Tuesday, March 2, 2010

A. Legend and Myth

Legend and Myth seem a more instant and immediate way for me to enter a land which was both known, to the extent I have already pointed out, and yet completely unknown to me at the start of this journey.

For an artist, or shall I say, for an individual who often doubts the possibility of any kind of objective reality in the chaotic and unpredictable world through which he finds himself tumbling, legend and myth seem a path less turbulent and less obstructed by tiresome fact than many of the other ways by which it is possible to enter the severely magical realm of the picture plane. These ancient forms, wherever they may be unearthed, have the advantage of being already unconsciously familiar and so are never completely alien when first encountered in somebody else’s culture. From the fairy stories of our own childhood, imagination has walked hand in hand from the very beginning with evil kings and saintly queens, with spirits and witches and with wise women. This is our common past and I suppose our pre-Christian heritage as well. It is a snug affirmation of our shared pagan ancestry and this familiarity provides some comfort as I step for the first time through my Slavic neighbour’s front door. It is like the succour the presence of Latin words offers to a traveller through an unknown language. As I arrive in Poland, even though the tongue and the customs, the clothing and the details may vary, I am already broadly familiar with King Popiel and Queen Wanda, Jadwiga, the Tatra Witches and the Rósalki. These archetypes are already a part of me. I do not have to start from scratch.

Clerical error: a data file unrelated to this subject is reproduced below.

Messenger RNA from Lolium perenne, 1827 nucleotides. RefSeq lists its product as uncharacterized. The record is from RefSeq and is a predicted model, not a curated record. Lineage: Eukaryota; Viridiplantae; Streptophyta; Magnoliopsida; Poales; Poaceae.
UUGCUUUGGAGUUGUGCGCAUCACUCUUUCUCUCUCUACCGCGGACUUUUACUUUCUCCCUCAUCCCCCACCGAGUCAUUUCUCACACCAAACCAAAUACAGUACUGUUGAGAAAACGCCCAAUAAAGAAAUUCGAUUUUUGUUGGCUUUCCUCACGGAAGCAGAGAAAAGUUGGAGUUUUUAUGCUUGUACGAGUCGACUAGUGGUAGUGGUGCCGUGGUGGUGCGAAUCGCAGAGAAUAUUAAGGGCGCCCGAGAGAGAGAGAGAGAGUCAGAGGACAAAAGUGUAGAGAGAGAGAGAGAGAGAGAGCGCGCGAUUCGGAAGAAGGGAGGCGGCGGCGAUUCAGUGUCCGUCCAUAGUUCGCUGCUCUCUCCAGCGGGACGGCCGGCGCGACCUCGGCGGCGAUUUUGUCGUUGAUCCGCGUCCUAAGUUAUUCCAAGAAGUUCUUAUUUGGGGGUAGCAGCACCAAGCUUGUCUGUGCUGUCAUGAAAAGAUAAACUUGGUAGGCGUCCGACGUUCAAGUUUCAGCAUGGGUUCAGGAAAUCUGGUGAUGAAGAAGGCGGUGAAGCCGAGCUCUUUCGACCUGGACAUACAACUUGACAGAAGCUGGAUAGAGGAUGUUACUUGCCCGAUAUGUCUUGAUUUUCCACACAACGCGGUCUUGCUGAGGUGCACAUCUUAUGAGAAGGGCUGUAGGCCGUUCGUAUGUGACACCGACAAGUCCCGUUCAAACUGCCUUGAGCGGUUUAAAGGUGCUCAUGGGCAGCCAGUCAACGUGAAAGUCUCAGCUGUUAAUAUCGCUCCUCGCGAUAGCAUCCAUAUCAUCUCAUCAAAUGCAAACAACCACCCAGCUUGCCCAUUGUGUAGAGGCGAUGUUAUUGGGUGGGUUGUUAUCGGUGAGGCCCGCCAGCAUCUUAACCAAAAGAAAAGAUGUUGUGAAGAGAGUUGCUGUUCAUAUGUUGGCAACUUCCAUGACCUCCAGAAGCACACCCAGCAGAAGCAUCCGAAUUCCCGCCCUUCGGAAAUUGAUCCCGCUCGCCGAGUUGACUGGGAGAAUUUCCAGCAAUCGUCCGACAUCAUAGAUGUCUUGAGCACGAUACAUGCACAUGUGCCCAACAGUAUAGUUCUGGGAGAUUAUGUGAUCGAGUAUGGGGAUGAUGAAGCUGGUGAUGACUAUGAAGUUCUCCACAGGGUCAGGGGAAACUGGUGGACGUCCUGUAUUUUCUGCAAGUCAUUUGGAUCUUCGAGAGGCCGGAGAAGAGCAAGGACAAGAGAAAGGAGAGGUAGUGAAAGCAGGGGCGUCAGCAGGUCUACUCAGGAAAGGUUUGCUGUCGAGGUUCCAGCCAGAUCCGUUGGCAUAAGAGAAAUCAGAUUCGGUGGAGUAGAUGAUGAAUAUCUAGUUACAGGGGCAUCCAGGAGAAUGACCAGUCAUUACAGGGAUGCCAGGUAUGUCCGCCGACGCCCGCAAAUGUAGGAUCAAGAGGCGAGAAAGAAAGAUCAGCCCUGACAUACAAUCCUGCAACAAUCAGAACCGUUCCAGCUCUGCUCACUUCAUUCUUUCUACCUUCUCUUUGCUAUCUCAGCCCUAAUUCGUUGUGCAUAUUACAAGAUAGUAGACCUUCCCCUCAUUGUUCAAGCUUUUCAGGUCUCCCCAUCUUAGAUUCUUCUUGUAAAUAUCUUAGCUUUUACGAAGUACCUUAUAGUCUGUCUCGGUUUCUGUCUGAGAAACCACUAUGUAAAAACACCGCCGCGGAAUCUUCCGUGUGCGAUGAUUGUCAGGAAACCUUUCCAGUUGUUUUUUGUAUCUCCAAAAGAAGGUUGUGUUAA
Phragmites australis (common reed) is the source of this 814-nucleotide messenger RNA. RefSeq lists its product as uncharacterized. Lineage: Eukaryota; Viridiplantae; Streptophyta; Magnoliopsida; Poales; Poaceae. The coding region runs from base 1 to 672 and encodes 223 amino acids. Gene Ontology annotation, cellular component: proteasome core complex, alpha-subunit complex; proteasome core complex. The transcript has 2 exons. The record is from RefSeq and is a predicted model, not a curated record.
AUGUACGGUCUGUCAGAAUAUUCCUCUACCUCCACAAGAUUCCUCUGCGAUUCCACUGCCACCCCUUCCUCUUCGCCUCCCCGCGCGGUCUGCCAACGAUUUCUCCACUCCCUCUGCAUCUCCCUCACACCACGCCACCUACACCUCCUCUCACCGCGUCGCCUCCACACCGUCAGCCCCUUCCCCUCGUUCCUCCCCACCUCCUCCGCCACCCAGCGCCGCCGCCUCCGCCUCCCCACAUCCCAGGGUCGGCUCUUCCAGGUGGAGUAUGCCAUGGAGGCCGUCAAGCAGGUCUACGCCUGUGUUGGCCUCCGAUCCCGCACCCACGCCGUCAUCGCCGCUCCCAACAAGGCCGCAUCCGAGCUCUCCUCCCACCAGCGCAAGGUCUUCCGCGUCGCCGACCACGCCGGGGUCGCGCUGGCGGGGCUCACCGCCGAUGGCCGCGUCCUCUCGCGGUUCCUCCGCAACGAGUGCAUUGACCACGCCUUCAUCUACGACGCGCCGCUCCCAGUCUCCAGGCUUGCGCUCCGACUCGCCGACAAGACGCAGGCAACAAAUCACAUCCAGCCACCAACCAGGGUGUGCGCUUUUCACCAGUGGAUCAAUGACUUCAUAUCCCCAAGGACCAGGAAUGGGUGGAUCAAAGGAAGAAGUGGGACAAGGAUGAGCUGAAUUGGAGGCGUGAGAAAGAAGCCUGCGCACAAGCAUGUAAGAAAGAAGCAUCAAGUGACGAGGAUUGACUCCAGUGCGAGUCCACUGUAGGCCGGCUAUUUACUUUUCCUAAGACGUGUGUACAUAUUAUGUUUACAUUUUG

No comments:

Post a Comment